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Discussion Starter · #1 ·
Having watched Odtexas for an age doing his bit with the table saw but having a lathe and manual milling machine I never really thought about the ease of using a table saw if a tad on the dangerous side maybe .

and not wanting to be a copycat of his cases carried on standing at the mill for hours cutting grooves in solid billet .

so when the offer of this cheap table saw came along £10 but it had no blade I paid the guy and brought it home fully convinced it would be a duff one but a fuse replacement and £25 for a nice new blade saw me with a working finger removing tool




the easy way would be to make a rip quide and groove some stock just like OT`s
so started thinking I wanted grooves around the square and in a repeatable fashion
so here is my method for doing a few cheap housings quickly .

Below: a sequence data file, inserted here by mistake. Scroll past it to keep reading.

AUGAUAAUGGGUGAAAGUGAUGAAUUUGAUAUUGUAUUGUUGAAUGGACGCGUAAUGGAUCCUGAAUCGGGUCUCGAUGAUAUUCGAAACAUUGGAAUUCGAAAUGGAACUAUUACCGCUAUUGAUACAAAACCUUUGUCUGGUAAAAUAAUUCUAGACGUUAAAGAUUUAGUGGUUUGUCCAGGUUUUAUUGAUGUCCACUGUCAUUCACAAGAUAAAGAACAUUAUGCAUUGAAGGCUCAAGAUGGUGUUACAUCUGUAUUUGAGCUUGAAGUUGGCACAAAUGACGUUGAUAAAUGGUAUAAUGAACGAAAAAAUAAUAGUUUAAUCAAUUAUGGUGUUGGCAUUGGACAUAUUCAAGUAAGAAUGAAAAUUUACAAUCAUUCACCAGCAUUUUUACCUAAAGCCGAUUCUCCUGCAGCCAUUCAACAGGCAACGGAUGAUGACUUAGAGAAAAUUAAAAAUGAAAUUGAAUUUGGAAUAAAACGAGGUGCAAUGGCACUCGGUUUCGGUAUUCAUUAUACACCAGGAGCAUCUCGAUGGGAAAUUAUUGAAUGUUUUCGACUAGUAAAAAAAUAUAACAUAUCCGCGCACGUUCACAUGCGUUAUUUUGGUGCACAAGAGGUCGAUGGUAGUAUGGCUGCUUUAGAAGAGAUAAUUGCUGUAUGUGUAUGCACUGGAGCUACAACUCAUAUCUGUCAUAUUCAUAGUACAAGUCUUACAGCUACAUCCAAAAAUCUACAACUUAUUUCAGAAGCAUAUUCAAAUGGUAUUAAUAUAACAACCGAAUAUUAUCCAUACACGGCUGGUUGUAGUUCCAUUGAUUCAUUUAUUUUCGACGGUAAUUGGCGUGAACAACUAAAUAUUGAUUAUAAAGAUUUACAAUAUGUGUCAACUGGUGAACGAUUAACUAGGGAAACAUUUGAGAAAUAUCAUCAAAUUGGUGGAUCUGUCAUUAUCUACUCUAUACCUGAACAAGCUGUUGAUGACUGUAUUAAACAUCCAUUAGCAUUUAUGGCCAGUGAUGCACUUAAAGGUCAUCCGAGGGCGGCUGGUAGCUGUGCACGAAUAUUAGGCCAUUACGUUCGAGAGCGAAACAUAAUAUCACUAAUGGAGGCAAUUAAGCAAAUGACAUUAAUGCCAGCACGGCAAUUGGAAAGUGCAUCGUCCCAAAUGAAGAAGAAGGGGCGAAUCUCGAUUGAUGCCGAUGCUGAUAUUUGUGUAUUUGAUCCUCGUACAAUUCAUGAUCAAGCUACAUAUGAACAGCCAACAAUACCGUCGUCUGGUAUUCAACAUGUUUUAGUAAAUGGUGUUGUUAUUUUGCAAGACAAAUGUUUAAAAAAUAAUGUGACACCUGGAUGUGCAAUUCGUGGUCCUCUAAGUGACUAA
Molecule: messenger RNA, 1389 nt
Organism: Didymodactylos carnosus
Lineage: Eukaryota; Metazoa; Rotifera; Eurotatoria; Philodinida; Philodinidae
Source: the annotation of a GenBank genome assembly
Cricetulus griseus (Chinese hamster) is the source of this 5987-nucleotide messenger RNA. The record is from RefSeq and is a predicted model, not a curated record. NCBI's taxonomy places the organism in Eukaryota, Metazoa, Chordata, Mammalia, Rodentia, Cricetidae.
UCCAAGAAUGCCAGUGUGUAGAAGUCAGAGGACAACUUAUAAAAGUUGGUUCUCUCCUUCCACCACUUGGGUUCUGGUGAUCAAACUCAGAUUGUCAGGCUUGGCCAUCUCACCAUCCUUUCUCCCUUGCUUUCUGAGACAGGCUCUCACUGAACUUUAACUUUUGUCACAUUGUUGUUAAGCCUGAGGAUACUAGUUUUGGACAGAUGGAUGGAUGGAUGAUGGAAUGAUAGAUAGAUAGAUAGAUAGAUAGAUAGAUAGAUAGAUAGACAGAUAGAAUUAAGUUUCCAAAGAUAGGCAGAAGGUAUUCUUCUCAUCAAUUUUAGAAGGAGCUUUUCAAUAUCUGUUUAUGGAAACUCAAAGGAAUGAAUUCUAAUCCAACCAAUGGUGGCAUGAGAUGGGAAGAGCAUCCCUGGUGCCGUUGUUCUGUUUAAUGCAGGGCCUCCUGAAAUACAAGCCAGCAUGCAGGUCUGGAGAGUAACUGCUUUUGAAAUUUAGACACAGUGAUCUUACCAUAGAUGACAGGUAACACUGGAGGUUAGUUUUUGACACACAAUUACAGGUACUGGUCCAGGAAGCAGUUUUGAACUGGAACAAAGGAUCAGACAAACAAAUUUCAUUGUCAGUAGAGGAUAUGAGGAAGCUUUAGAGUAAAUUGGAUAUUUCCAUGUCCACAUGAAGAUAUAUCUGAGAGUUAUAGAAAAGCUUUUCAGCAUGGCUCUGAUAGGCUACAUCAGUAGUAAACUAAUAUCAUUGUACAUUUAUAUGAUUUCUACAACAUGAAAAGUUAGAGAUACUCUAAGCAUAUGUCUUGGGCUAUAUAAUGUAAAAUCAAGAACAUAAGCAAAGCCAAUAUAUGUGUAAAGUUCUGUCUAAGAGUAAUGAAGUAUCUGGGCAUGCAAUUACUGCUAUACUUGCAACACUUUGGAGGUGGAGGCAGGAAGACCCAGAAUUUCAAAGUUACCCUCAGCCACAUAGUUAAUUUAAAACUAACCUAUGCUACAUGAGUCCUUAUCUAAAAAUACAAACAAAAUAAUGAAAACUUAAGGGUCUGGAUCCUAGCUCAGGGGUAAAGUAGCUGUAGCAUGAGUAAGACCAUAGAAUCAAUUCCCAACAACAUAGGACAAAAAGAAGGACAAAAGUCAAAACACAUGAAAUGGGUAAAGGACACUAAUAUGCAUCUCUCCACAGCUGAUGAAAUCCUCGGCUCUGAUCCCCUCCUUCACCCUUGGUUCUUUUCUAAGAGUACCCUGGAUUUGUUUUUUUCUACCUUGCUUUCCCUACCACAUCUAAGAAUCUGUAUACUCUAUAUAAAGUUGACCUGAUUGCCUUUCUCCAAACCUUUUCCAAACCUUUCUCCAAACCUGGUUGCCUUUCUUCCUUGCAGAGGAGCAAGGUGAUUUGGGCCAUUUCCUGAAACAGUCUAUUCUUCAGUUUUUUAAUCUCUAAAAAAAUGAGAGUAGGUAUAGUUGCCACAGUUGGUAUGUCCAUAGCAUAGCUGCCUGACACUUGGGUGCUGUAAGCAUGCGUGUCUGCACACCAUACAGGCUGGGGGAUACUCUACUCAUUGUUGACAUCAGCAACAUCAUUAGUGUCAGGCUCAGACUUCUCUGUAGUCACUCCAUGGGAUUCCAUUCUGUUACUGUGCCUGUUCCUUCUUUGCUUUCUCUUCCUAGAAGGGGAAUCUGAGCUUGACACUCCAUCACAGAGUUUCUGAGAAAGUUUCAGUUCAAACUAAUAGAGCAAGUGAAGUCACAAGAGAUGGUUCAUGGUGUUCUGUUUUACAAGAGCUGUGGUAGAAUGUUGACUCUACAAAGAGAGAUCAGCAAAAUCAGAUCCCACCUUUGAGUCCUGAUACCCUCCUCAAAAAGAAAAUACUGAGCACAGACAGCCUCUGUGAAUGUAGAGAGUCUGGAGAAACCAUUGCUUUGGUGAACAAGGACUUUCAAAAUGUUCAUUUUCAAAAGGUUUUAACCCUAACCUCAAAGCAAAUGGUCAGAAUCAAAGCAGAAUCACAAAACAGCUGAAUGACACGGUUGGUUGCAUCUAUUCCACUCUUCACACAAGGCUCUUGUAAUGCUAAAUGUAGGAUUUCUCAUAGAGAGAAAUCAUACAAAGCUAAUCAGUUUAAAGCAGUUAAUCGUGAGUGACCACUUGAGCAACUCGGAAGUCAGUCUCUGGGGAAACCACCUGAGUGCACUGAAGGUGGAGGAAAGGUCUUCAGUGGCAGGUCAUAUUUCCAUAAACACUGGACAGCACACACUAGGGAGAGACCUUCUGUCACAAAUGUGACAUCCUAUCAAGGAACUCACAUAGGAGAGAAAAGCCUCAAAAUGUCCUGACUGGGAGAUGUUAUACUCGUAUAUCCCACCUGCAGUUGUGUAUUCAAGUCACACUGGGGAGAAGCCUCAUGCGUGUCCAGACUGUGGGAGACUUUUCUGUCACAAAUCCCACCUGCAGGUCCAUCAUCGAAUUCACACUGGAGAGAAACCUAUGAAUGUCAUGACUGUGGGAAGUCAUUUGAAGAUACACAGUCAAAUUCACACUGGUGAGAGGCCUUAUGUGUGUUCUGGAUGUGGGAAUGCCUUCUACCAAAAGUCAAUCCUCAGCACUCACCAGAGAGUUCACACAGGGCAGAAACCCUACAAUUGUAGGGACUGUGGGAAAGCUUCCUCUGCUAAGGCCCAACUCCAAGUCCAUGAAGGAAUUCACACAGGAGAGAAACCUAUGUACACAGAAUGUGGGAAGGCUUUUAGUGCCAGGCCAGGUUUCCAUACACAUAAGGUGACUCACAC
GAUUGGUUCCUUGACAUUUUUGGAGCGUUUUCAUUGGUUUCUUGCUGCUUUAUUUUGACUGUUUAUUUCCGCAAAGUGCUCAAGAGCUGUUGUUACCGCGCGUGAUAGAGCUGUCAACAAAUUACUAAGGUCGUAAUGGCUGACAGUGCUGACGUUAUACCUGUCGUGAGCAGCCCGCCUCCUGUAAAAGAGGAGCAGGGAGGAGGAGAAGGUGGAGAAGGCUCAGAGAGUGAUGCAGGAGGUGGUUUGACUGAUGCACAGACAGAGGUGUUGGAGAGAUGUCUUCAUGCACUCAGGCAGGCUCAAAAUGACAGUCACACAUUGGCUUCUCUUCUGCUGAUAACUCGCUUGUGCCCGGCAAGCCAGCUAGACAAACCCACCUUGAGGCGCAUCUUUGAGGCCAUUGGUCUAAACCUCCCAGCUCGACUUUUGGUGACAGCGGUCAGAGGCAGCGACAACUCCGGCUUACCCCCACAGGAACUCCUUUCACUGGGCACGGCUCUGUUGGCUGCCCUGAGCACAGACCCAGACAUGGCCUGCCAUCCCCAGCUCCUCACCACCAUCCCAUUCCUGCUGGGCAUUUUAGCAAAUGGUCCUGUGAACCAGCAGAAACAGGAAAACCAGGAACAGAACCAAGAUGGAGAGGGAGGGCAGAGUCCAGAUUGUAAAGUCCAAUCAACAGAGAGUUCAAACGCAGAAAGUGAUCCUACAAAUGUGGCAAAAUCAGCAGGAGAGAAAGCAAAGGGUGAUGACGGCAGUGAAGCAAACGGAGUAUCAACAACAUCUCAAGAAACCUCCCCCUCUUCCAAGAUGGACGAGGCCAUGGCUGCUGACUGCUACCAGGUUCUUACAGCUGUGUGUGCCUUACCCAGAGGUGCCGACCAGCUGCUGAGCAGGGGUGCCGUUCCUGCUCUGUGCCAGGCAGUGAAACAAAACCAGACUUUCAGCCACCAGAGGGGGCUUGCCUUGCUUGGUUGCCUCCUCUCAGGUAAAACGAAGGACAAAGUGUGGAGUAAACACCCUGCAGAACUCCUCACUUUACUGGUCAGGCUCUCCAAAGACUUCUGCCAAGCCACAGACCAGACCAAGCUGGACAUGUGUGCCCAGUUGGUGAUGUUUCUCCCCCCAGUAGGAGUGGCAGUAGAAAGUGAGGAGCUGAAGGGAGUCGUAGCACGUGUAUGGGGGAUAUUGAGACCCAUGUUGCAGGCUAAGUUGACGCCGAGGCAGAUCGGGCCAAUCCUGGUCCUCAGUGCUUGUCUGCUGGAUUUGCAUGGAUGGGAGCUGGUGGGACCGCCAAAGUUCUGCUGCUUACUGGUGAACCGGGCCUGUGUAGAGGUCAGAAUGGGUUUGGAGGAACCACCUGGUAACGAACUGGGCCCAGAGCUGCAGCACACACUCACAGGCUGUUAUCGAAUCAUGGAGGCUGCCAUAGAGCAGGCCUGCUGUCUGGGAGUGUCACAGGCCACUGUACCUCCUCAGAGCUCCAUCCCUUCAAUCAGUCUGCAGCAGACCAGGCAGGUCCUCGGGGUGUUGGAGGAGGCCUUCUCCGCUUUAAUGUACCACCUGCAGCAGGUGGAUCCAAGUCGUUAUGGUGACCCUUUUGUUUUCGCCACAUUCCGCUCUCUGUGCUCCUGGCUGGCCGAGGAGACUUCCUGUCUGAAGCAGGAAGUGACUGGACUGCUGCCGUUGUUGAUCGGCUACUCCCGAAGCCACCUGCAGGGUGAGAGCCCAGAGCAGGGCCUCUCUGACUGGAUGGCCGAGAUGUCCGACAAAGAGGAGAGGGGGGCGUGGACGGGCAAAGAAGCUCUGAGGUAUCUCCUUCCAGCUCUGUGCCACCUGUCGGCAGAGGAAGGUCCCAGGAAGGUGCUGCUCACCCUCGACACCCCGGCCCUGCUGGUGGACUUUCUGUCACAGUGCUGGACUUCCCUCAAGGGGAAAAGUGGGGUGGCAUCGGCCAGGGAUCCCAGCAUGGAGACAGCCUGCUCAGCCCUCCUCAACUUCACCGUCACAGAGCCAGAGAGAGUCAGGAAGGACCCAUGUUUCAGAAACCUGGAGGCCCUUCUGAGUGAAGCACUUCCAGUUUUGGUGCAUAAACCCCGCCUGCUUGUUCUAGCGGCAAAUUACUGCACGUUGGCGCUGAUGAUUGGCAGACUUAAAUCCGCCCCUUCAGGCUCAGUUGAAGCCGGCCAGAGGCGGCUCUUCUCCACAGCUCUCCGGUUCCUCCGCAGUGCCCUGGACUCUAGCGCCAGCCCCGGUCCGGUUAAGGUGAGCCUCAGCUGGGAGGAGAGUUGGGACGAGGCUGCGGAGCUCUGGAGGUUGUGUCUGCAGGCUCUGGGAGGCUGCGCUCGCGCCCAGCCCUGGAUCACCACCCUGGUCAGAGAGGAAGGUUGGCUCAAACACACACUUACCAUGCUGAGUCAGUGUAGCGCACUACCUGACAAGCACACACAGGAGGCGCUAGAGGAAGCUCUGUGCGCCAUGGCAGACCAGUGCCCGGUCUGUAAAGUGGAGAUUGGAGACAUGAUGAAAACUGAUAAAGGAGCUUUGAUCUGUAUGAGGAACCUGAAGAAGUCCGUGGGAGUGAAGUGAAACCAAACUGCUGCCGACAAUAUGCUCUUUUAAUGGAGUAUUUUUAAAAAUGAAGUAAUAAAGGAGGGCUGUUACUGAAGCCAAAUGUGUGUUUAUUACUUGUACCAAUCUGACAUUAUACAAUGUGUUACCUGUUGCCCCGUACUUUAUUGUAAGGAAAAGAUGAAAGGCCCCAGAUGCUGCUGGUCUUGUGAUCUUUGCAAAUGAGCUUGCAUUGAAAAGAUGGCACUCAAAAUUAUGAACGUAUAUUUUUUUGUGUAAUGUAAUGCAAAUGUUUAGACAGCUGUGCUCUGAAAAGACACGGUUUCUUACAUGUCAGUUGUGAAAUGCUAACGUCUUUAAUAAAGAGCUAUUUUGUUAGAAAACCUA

so got me some offcuts of plywood and started playing around first up cut a couple of strips to fit in the 2 grooves in the table and bond them to a flat lump of ply .



put it on the table and cut a slot for the blade .

and now on the top a couple of lumps of straight timber with some 3 mm holes drilled through for some pegs which are the pins from pop rivets
drilled at 5 mm centres



set the blade to the required depth of cut and voila nice grooved cases .

 

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I am just happy to be a bad influence around here.:D
I have been hoping someone here would just cut alot of light bodies like mine and put them up for sale.
So feel free to copy/modify any of the lights that I have made.
I know I have learned alot from you and incorporated some of your ideas in my lights over the years. :thumbsup:
The table saw can quickly cut alot of lights and a jig will make them uniform, if not alot safer.:thumbsup:
That round light I made last week was also made on the table saw. Your jig might be able to do a round body fairly easily.
I just hold the round stock down on the center of the blade and slowly rotate the stock grooving it all the way around. Not better than a lathe, but I bet its alot faster.....